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Mullin's musings

March 2009

'The best political diary since Alan Clarke's' is Simon Hoggart's verdict on Chris Mullin's, newly published one. But without the sex, of course.

I was delighted to receive a signed copy this week with a note '"To Paul - a fellow seeker after the truth.' There is a whole mountain of truths within the pages of� 'A view from the foothills'.

Throughout my time in Parliament, I have been an admirer of Chris. On a personal level he has been very generous to me. The great report that the Home Select Committee produced on drugs gave credit to the pioneering work that Peter Lilley and I had done on alternatives.

He has been a stout ally on Afghanistan. Bot of us have worked with the Senlis think tank that has a constant source of a sane analysis of the unfolding disaster in Helmand.�

Chris reveals that his periods as a junior ministers were barren. He was never asked to take a decision. All the documents were for information. He was deputy to Clare Short who did not need a deputy. The speeches that were prepared for him to deliver were often unusable jargon and New Labour speak.

A foul-up sent him back to the back-benches. He had told� Labour whip Hilary Armstrong that he wanted to be go up or get out. The version passed to Tony Blair omitted his request for the promotion alternative. His ministerial career ended because he trusted Hilary Armstrong to pass on his request.

This fat volume is to joy to those who enjoy the minutia of political decisions making and gossip. Chris has a healthy contempt for the vanities and posturing of the political circus. His revelations of the conversations between Tony Blair and backbenchers at the Parliamentary Committee are published for the first time.

His greatest venom is flung in the direction of those new Labour acolytes without the trails of fighting hopeless seats or going through the punishing oredeal of selection processes. He writes, 'Shaun Woodward has been selected in St Helens. Hearing him on the radio this morning prmising to be a champion of the poorand downtrodden made my flesh creep. This is one of New Labour's vilest stitch-ups.'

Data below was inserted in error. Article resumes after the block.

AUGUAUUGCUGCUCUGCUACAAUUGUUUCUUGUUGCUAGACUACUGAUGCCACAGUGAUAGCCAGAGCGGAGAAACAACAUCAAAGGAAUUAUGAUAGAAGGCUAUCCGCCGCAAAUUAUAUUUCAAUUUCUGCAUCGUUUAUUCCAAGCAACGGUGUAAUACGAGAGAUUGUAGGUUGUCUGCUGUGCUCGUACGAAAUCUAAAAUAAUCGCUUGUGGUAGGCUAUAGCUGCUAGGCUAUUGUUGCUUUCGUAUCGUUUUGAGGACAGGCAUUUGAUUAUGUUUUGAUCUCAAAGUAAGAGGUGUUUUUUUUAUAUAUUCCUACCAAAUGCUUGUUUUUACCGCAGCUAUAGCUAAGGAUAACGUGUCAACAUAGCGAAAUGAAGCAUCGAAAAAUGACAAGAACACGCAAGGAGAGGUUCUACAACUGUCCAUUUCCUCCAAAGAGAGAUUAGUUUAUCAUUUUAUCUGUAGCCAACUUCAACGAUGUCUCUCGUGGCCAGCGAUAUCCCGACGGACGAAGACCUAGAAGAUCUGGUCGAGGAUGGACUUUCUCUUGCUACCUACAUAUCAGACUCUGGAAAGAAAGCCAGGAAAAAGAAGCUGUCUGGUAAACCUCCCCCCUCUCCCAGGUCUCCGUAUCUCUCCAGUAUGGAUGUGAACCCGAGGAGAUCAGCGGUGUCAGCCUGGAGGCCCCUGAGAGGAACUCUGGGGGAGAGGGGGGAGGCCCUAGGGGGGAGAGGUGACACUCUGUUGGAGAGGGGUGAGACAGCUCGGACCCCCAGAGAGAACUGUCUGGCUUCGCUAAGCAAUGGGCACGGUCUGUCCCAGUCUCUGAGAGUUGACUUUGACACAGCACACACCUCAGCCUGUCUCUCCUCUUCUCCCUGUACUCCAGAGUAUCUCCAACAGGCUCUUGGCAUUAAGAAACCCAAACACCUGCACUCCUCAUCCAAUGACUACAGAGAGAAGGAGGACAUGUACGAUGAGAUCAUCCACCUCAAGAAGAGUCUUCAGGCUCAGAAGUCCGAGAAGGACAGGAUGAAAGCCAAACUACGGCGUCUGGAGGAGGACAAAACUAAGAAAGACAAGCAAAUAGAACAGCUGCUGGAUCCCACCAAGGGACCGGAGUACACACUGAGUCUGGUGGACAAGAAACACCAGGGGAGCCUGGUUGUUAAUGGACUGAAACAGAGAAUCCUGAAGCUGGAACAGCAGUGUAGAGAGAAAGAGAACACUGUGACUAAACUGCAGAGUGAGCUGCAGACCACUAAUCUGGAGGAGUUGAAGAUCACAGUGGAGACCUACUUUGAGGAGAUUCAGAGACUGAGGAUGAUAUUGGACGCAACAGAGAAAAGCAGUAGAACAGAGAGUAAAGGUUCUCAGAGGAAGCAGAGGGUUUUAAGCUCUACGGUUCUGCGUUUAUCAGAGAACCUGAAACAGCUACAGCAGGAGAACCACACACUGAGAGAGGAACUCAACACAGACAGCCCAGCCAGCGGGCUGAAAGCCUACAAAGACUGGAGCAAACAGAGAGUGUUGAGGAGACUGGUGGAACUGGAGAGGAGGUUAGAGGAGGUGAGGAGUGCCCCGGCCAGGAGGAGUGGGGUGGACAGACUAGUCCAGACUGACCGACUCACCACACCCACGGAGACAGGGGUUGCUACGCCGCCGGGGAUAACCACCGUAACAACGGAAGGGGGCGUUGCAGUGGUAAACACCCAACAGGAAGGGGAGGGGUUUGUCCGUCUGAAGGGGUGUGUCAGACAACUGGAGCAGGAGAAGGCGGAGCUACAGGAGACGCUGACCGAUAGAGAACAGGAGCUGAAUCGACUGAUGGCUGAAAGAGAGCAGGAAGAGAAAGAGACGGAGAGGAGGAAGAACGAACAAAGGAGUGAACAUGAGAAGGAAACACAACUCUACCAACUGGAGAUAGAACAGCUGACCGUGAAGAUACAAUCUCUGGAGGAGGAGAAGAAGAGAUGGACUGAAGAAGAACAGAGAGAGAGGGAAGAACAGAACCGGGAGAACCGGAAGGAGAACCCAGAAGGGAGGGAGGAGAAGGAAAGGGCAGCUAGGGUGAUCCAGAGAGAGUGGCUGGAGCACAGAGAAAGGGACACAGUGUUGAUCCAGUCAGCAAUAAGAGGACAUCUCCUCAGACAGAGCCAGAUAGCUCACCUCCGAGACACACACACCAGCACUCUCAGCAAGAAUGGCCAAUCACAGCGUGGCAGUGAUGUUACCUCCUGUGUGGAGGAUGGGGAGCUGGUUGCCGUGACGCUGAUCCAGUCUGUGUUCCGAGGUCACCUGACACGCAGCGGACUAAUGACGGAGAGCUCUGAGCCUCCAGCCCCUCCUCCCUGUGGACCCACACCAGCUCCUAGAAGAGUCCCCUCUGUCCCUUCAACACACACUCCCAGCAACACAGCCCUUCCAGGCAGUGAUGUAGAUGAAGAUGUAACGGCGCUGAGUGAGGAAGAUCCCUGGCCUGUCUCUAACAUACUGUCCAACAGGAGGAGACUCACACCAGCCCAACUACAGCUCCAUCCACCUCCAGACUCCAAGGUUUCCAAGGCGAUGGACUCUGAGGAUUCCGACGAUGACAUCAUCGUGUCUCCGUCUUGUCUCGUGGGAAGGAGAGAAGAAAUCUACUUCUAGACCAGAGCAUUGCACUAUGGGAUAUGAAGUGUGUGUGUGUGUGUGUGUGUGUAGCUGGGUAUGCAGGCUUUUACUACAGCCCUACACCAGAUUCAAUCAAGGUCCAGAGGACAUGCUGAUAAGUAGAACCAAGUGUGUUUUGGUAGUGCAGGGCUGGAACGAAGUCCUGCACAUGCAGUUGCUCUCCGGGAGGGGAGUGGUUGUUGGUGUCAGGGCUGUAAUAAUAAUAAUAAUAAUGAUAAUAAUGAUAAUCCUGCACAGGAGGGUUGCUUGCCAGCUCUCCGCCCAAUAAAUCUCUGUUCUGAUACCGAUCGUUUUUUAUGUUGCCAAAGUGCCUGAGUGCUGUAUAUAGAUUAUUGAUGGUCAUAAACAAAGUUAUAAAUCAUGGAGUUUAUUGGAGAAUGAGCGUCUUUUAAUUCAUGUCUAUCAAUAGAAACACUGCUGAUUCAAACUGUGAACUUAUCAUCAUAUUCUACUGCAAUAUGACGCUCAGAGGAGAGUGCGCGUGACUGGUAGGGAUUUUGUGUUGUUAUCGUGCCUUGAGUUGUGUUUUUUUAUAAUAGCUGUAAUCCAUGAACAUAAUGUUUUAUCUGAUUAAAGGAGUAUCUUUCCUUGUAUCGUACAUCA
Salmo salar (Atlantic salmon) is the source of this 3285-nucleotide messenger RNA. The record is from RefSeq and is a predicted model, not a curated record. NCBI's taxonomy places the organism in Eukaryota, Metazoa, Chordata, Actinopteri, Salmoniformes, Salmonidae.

The build-up to the Iraq War Labour rebellion is exiting stuff. Chris is universally respected in the parliamentary party and the confidant to everybody. Some of his friends may be startled by his revelations of private conversations even though he is writing about the events of 2003.

It is a surprise to read that the Chair of Parliamentary Labour party Jean Corston was persuaded by heavy duty lobbying to vote against her better instincts and support the Government. Chris Mullin agonised until the last moment. He was called to private meetings with Tony Blair and the Chief Whip. He could not square a vote for war with his constituency activists, so he stuck with the rebels. Even though I was in the thick of the events before the rebellion by 139 Labour MPs, the details of the arm-twisting, bullying and blackmail that went on are new to me.

To the great chagrin of the Whips, Blair appointed Chris a minister at the Foreign Office shortly afterwards. There was a great deal of mutual admiration between the two men. It was noted that Chris was always scribbling notes at the confidential meetings of the PLP and Parliamentary committee. We, and history, are all in his debt. Official minutes of these historic events are brief and formal. Chris adds the drama and colour.�

This is most accurate intimate portrait yet of Tony Blair and New Labour in action.

Chris is a fine writer and he is disarmingly frank about his own roles. His triumphs and humiliations are faithfully recorded and are now revealed with any re-writing.

The question left hanging in the air is whether a person driven by firm principles can be successful in ministerial office. The answer is probably 'no' unless daily compromises are made. Robin Cook certainly had a degree of achievement in office. The survivors of three terms of New Labour have more malleable principles.